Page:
• Once our soap has fully sapped, it’s okay to remove from the mold and cut into bars. You should be able to get between 10-12 bars from this batch, depending on desired thickness.
    Then, leave these to cure for 4 weeks, testing with a Ph indicator strip to ensure it’s safe to use (this is especially important if you gift or sell your soaps).
    Step 8: Remove from the mold and cut into even bars
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Angela Wills
Angela Wills
Hi, I’m Angela, I make most of the homemade things here at Savvy Homemade. I'm an experienced soap maker, skincare formulator, author, busy Mom of 3 and recently a Grandma! Welcome to SavvyHomemade, it's my true passion.

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11 thoughts on “Lavender and Mint Soap Recipe”

Discussion (11 Comments)

  1. 5 stars
    This recipe is extremely easy. Thank you!

    The struggle I have is getting enough of the lavender scent while I shower. There is a very light scent. I would like it a little stronger. I increased the lavender to 40grams and decreased the peppermint to 5 grams to get the light scent. How much lavender can be added to be deemed safe or won’t ruin the soap?

    Look forward to your response.

    Reply
    • Hi Lulu,

      This is difficult to say, as every soap recipe is different. I wouldn’t go much higher than you have at 45 grams of essential oil. You run the risk of your soap batter seizing, and your batter will become a lumpy mess that won’t harden into soap.

      Reply
  2. I think I messed up the measurements – the soap is a bit soft! Does it harden as it cures, or am I best to just ditch the whole batch?

    Reply
    • Hi Kimberley,

      Yes, it should harden some while it cures. That’s actually the most important part of the curing process, as some of the liquid inside your soap needs to evaporate so your soap doesn’t melt away after one use. So I would leave it for 4-6 weeks. After 6 weeks, if it’s still a bit soft, I would use it anyway providing it has a safe PH. It should still be lovely for your skin, even if it is a little on the soft side.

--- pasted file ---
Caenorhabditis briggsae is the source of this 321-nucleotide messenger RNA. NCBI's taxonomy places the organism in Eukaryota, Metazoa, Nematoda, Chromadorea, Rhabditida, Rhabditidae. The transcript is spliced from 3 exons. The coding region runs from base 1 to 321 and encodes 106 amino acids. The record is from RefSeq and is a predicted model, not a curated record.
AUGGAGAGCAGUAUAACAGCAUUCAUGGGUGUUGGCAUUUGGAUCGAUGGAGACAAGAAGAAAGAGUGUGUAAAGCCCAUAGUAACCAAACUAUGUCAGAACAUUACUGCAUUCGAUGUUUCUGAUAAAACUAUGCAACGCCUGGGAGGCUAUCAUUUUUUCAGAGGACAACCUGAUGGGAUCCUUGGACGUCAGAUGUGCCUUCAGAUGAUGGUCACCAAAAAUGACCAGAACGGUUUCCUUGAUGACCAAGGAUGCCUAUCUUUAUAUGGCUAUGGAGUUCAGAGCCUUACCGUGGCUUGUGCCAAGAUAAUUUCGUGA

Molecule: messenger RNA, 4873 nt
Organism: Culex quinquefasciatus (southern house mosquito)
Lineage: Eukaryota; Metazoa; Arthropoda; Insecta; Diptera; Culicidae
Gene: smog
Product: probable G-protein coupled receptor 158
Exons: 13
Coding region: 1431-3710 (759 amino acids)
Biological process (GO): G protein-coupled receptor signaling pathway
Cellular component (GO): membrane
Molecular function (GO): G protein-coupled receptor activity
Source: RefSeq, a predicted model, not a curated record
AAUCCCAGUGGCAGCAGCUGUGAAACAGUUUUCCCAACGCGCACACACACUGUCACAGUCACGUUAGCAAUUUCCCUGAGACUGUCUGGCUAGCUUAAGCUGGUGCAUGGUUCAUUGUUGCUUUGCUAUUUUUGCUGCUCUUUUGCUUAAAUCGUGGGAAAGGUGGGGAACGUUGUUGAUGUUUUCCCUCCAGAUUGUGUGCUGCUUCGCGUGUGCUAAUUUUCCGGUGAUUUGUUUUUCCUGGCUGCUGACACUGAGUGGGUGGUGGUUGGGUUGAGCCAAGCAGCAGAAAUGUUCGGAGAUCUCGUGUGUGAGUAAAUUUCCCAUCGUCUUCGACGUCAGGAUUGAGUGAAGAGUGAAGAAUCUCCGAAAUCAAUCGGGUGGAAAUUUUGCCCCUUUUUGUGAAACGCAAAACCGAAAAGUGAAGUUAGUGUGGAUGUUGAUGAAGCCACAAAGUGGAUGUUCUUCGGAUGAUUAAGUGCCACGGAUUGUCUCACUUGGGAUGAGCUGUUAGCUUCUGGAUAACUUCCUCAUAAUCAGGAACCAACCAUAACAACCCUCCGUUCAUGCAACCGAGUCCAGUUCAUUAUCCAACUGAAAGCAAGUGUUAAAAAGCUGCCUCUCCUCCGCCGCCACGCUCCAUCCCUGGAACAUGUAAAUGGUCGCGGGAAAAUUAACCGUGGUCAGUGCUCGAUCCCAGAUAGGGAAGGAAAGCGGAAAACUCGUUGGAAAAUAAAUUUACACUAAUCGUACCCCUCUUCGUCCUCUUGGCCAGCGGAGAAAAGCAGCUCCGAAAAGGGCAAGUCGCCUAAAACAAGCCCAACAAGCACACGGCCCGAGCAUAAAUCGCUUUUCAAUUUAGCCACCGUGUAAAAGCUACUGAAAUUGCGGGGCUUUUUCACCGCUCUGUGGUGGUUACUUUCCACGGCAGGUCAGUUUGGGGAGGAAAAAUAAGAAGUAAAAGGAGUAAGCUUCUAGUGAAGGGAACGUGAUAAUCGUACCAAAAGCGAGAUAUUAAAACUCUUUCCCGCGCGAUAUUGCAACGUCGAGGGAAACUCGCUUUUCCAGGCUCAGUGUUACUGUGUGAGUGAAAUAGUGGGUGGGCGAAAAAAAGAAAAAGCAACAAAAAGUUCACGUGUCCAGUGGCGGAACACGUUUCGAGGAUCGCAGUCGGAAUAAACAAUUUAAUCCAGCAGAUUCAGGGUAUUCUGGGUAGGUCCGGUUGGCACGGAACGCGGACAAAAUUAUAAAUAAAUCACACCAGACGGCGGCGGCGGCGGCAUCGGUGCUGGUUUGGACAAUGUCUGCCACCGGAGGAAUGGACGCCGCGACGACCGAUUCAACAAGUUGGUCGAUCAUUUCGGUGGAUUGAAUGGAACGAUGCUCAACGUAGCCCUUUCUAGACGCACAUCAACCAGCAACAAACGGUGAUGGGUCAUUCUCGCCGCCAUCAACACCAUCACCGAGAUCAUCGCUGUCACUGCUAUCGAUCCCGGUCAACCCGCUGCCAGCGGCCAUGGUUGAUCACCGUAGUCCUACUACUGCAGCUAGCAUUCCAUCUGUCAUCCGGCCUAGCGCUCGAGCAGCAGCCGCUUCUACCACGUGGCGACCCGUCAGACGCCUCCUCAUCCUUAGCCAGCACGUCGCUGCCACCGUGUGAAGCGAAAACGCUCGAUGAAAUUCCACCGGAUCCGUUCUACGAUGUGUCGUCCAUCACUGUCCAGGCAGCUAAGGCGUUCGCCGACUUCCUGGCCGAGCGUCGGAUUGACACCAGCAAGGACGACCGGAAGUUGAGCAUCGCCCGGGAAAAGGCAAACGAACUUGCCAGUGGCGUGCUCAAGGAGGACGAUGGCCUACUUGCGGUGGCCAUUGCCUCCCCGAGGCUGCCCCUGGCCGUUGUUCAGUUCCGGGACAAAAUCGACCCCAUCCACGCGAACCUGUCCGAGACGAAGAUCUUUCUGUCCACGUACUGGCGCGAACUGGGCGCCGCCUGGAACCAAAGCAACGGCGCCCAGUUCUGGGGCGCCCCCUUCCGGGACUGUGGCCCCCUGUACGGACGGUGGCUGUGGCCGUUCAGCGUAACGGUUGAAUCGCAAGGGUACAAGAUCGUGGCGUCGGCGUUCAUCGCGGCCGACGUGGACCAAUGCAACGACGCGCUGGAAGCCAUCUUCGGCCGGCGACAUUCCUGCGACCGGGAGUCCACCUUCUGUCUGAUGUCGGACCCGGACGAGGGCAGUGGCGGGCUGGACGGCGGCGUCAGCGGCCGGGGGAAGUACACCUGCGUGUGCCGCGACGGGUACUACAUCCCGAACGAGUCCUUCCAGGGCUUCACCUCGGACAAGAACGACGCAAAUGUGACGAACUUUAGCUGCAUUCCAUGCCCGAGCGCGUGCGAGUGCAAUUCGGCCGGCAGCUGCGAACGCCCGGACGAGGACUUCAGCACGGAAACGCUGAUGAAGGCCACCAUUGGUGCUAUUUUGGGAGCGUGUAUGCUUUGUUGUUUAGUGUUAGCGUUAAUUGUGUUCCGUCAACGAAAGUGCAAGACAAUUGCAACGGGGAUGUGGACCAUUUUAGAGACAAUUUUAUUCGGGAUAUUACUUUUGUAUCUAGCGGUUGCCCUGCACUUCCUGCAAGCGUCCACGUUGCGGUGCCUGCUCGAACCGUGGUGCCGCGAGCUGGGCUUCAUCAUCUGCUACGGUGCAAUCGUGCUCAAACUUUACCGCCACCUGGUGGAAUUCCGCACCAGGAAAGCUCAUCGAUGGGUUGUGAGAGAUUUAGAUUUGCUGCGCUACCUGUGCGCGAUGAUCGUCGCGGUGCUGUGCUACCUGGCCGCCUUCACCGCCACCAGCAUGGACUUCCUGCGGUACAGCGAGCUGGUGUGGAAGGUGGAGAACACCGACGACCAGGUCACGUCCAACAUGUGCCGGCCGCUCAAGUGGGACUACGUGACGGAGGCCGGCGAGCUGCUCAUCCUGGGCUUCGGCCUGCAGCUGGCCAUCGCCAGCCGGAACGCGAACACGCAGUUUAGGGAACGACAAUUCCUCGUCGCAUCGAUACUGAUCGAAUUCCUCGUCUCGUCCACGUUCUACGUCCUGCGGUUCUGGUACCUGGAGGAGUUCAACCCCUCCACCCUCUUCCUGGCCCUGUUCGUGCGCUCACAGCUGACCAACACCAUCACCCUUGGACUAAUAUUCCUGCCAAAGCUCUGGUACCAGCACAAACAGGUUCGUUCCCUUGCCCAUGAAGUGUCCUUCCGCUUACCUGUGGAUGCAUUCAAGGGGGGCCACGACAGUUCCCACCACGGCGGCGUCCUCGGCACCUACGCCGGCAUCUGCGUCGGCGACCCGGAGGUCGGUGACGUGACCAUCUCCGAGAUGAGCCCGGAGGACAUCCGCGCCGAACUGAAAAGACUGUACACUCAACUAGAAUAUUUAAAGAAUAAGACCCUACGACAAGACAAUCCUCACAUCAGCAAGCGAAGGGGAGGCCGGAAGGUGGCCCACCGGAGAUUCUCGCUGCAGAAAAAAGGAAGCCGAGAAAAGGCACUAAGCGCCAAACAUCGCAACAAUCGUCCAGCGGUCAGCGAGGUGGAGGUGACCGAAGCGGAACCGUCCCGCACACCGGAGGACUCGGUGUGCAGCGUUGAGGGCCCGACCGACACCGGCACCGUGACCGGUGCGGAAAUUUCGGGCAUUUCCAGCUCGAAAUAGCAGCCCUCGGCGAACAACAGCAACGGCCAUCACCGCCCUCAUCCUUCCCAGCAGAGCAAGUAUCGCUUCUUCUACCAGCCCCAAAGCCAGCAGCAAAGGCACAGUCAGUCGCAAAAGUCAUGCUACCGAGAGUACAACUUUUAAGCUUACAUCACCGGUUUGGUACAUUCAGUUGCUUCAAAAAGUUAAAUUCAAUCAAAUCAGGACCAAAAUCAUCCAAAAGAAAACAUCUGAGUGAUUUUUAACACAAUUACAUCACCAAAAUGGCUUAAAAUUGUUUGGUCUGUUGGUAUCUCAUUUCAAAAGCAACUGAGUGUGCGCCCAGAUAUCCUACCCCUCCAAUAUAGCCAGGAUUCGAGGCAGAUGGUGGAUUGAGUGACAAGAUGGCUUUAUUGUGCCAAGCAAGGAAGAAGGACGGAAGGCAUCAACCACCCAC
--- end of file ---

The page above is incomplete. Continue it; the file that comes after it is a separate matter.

Reply
      • Thank you – the scales I used weren’t the best so I thought perhaps I’d mis-measured! I also wasn’t sure I’d read the essential oil measurements correctly, as when I’ve made soap before it requires only a few drops, but with this it was a few bottles, did I read it right?! 🙂

        Reply
        • Hi Kimberley,

          It does seem like a lot, doesn’t it? But I can assure you that it’s likely you did read the recipe right when it comes to the essential oil. Because soap isn’t a leave-on product, you can get away with using quite a bit for a gorgeous fragrance that will linger on your skin.

          As for having to use a lot of bottles, I’ve found buying the more common, basic essential oils (like lavender) in larger bottles from cosmetic suppliers (I use Plant Therapy, which you can find on amazon) to be the easiest option. That way you’re using less packaging and so on. When it comes to your more obscure or expensive essential oils (e.g. Rose essential oil or absolute) it’s totally fine to have the standard 10ml bottles, as I would never use a precious oil in soap, as it requires so much.

          If your soap is too soft, it is likely something went a bit wrong with the distilled water measurement. But this is something that happens to all of us soap makers from time to time, so don’t worry too much. As long as the PH is within a safe range, you’re good to go.

          Reply
  3. Hello! I’d love to make this. I have one query, I usually measure my EO in ml, do you know the ml equivalent. I could, of course, weigh them and see, but I’m not sure whether I have enough and weighing would mean tipping them out of the bottle.
    Thanks for your recipes, I’ve made two so far and they do work beautifully!

    Reply
    • Hi Jackie,

      I tend not to measure my essential oils in mls when it comes to making skincare products and soap. The reason for this is that different oils weigh different as they all have varying densities, so if I ever attempt to substitute one essential oil for another it can affect the weight of the end product. Its only a small margin of error when it comes to soap, but it just bugs me.

      So unfortunately, I can’t give you a very good or accurate conversion. I’m ever so sorry about that. Nevertheless, if you find you don’t have enough when you’re weighing out your oils, you could always use another one as well. You may end up with a blend of essential oils that becomes your new favorite fragrance!

      Anyway, I’m glad you’re enjoying making soap! Keep me updated on how this one turns out 😀

      Reply